After dinner was finished (5 courses is you wished to avail yourself of everything, although I restricted myself to 3), most people made their way to the Curzon Theatre to watch the evening cabaret show. On this leg of the journey we had a harpist and two vocalists, all of whom I got to know during the trip. The shows featured lots of dry ice and swirling lights to back up the fabulous performances. Every performer was backed by the seven-piece Aurora Orchestra who only get a single rehearsal for each show, learning new arrangements for songs they have played many times before.
The days and the sea passed by and the weather reports for our arrival in the Falklands were promising. Every day I made my way round the ship refusing to take lifts between decks, so that I could walk off some of those calories that I took on three times a daily.
As we got closer to land I had a decision to make: my first show was scheduled for the evening of the Falklands visit, and the professional thing to do was to stay on board and rest or rehearse, but when would I ever get the chance to return here? I so wanted to see the landscape, and get up close and personal with the penguins which inhabit the beaches. In the end my decision was made by the harpist Rebecca Mills, who was booking a private trip to Volunteer Point, and was looking for three others to share the cost. ‘Bugger professionalism’, I recklessly thought and told her ‘yes’.
The day of the Falklands dawned bright, and more importantly calm. We navigated carefully between the islets until we were just outside the harbour of Port Stanley where we dropped anchor.
Soon the little tenders were ferrying passengers from Aurora to the shore where we were met by a fleet of various 4x4s. Rebecca’s group was completed by Liverpool football legend David Fairclough and Jill Green (Tony’s wife, who came with us while he faced his memories on Two Sisters). We were introduced to Michael, our driver for the day, folded ourselves uncomfortably into a proper British Land Rover Defender and headed off.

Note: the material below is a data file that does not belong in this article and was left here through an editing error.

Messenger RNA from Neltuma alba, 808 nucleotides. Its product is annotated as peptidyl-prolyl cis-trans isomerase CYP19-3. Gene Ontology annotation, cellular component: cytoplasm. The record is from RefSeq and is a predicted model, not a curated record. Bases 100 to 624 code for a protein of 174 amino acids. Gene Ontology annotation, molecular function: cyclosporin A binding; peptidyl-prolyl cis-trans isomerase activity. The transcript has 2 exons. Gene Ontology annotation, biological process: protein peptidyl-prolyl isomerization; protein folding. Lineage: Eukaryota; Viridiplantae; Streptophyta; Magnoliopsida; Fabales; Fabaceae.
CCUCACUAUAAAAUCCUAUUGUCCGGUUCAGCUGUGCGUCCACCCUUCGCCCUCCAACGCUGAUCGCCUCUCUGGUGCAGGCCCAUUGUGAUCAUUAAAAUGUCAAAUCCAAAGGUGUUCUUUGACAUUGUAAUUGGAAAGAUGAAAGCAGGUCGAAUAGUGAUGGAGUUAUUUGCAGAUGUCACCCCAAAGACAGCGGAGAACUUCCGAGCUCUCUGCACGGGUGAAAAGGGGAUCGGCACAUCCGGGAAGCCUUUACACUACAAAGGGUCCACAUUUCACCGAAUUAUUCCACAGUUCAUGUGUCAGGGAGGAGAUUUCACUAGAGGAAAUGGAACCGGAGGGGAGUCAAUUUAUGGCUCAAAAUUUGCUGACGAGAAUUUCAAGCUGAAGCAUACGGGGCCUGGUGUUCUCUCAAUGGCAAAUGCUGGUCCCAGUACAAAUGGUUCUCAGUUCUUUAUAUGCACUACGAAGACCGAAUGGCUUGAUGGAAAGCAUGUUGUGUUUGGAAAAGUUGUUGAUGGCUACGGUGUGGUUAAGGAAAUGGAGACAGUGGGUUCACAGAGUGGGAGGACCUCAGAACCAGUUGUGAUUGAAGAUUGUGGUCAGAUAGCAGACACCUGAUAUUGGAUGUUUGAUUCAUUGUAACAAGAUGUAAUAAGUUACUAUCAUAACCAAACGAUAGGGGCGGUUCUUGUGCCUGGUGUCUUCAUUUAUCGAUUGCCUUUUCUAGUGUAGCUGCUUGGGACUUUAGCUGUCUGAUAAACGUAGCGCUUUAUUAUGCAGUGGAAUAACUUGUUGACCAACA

The drive to Volunteer Point would take us two hours, even though it looked to be no distance on the map. The reason for the tardy journey soon became apparent as we turned off the road and started to pick our way through the bogs of the Falklands. Michael kept the car in high range and low gears with the differentials locked, gently letting the rugged tyres find whatever grip was available to them. We plunged down steep banks and mounted impossible climbs. There were five cars in our convoy and we stuck together so that if anyone got stuck another car could winch them out again.
Michael knew his territory well and seemed to be using the Force to navigate. The way in which he gently guided the wheels brought to mind Tony’s description of the way that the Marines gently eased their boots into the soft ground, trying to feel the hardness of a landmine beneath their soles, before allowing their full weight to fall on the trigger.
Eventually we arrived at Volunteer Point and spent an hour and a half among the penguins. Oh, oh how amazing these creatures are: so proud, so trusting, so comical, so smelly!
From the Land Rover I walked straight to the beach, which has the most extraordinary sand – white with a hint of coral pink streaked through it like raspberry ripple ice cream.